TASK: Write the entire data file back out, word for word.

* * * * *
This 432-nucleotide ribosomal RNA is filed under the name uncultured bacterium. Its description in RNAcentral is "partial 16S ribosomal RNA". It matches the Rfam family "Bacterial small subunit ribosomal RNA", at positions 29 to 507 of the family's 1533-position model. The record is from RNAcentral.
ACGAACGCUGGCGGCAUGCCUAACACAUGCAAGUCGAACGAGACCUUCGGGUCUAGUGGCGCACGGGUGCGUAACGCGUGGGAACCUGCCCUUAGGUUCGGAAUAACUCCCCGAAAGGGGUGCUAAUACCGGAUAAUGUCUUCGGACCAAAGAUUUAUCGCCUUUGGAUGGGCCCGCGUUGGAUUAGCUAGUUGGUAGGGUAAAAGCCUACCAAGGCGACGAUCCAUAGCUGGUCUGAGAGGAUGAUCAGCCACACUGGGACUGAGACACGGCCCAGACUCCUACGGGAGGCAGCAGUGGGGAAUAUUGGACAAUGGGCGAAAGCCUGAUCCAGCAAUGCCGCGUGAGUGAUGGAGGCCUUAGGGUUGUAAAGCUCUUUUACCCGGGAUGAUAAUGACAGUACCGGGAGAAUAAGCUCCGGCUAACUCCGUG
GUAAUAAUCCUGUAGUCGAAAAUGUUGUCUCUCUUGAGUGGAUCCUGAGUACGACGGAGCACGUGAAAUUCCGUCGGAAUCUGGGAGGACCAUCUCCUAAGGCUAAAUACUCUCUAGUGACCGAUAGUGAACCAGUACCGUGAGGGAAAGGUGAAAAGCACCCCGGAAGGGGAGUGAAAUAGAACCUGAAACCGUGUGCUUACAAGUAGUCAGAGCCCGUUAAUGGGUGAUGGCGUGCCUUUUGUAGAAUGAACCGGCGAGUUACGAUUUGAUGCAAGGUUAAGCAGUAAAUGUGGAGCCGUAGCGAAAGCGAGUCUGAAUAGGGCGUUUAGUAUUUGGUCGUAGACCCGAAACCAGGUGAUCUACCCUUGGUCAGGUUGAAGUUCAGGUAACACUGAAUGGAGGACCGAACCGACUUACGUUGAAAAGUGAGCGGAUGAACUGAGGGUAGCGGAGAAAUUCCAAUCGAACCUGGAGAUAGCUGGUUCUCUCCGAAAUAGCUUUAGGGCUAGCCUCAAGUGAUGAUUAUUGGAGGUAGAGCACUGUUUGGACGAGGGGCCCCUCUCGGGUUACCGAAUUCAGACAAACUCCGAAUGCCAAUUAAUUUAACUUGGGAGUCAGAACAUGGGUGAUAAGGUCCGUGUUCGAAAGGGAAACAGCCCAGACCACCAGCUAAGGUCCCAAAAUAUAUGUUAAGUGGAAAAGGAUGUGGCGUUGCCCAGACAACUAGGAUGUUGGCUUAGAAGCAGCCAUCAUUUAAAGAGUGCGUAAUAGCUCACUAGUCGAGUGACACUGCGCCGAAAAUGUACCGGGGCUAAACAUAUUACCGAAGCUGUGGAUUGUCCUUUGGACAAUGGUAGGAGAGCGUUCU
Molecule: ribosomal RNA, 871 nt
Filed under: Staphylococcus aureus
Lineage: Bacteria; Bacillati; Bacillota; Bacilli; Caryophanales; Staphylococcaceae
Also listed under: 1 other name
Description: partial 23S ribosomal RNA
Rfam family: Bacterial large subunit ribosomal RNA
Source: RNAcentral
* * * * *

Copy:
This 432-nucleotide ribosomal RNA is filed under the name uncultured bacterium. Its description in RNAcentral is "partial 16S ribosomal RNA". It matches the Rfam family "Bacterial small subunit ribosomal RNA", at positions 29 to 507 of the family's 1533-position model. The record is from RNAcentral.
ACGAACGCUGGCGGCAUGCCUAACACAUGCAAGUCGAACGAGACCUUCGGGUCUAGUGGCGCACGGGUGCGUAACGCGUGGGAACCUGCCCUUAGGUUCGGAAUAACUCCCCGAAAGGGGUGCUAAUACCGGAUAAUGUCUUCGGACCAAAGAUUUAUCGCCUUUGGAUGGGCCCGCGUUGGAUUAGCUAGUUGGUAGGGUAAAAGCCUACCAAGGCGACGAUCCAUAGCUGGUCUGAGAGGAUGAUCAGCCACACUGGGACUGAGACACGGCCCAGACUCCUACGGGAGGCAGCAGUGGGGAAUAUUGGACAAUGGGCGAAAGCCUGAUCCAGCAAUGCCGCGUGAGUGAUGGAGGCCUUAGGGUUGUAAAGCUCUUUUACCCGGGAUGAUAAUGACAGUACCGGGAGAAUAAGCUCCGGCUAACUCCGUG
GUAAUAAUCCUGUAGUCGAAAAUGUUGUCUCUCUUGAGUGGAUCCUGAGUACGACGGAGCACGUGAAAUUCCGUCGGAAUCUGGGAGGACCAUCUCCUAAGGCUAAAUACUCUCUAGUGACCGAUAGUGAACCAGUACCGUGAGGGAAAGGUGAAAAGCACCCCGGAAGGGGAGUGAAAUAGAACCUGAAACCGUGUGCUUACAAGUAGUCAGAGCCCGUUAAUGGGUGAUGGCGUGCCUUUUGUAGAAUGAACCGGCGAGUUACGAUUUGAUGCAAGGUUAAGCAGUAAAUGUGGAGCCGUAGCGAAAGCGAGUCUGAAUAGGGCGUUUAGUAUUUGGUCGUAGACCCGAAACCAGGUGAUCUACCCUUGGUCAGGUUGAAGUUCAGGUAACACUGAAUGGAGGACCGAACCGACUUACGUUGAAAAGUGAGCGGAUGAACUGAGGGUAGCGGAGAAAUUCCAAUCGAACCUGGAGAUAGCUGGUUCUCUCCGAAAUAGCUUUAGGGCUAGCCUCAAGUGAUGAUUAUUGGAGGUAGAGCACUGUUUGGACGAGGGGCCCCUCUCGGGUUACCGAAUUCAGACAAACUCCGAAUGCCAAUUAAUUUAACUUGGGAGUCAGAACAUGGGUGAUAAGGUCCGUGUUCGAAAGGGAAACAGCCCAGACCACCAGCUAAGGUCCCAAAAUAUAUGUUAAGUGGAAAAGGAUGUGGCGUUGCCCAGACAACUAGGAUGUUGGCUUAGAAGCAGCCAUCAUUUAAAGAGUGCGUAAUAGCUCACUAGUCGAGUGACACUGCGCCGAAAAUGUACCGGGGCUAAACAUAUUACCGAAGCUGUGGAUUGUCCUUUGGACAAUGGUAGGAGAGCGUUCU
Molecule: ribosomal RNA, 871 nt
Filed under: Staphylococcus aureus
Lineage: Bacteria; Bacillati; Bacillota; Bacilli; Caryophanales; Staphylococcaceae
Also listed under: 1 other name
Description: partial 23S ribosomal RNA
Rfam family: Bacterial large subunit ribosomal RNA
Source: RNAcentral